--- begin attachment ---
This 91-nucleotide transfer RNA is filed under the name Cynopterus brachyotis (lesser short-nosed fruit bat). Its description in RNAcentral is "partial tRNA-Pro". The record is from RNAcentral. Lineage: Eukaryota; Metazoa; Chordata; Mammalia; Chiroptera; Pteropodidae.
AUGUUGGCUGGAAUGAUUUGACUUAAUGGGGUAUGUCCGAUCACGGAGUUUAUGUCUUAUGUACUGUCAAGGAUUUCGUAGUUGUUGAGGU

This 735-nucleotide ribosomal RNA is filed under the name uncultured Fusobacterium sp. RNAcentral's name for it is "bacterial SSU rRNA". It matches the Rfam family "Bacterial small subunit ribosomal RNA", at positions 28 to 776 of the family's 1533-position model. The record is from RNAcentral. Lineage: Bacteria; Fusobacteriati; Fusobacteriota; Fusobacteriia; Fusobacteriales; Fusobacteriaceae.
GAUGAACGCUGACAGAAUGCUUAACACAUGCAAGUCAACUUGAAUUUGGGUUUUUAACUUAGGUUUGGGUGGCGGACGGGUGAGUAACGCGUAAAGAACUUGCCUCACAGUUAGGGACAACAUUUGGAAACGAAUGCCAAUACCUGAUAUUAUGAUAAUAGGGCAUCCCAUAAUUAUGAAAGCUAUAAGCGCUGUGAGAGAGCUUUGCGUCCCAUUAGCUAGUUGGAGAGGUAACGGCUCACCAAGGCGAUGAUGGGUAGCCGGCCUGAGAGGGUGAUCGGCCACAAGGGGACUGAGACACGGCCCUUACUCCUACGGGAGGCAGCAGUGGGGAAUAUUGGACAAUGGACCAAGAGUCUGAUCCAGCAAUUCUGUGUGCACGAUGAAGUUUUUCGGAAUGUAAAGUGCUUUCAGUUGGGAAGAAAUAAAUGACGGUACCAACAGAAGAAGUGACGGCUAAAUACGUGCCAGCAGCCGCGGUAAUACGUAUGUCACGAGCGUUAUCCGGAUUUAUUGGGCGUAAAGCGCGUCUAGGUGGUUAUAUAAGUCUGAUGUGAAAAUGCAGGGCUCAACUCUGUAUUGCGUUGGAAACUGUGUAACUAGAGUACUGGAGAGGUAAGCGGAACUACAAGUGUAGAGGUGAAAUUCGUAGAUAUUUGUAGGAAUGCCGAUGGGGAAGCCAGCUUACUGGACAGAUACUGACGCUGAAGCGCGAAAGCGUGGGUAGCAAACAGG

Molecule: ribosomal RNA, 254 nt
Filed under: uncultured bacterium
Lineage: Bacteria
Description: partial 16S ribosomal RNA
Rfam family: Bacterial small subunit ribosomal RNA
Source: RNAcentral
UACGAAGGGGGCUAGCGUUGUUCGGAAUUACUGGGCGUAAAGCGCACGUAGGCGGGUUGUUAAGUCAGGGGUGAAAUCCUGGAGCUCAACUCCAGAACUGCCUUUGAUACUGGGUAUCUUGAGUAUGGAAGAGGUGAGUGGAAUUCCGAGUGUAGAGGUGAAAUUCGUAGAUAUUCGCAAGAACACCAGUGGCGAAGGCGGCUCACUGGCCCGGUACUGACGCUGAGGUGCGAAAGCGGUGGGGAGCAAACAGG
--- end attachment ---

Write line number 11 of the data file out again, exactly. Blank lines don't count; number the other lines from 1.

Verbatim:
UACGAAGGGGGCUAGCGUUGUUCGGAAUUACUGGGCGUAAAGCGCACGUAGGCGGGUUGUUAAGUCAGGGGUGAAAUCCUGGAGCUCAACUCCAGAACUGCCUUUGAUACUGGGUAUCUUGAGUAUGGAAGAGGUGAGUGGAAUUCCGAGUGUAGAGGUGAAAUUCGUAGAUAUUCGCAAGAACACCAGUGGCGAAGGCGGCUCACUGGCCCGGUACUGACGCUGAGGUGCGAAAGCGGUGGGGAGCAAACAGG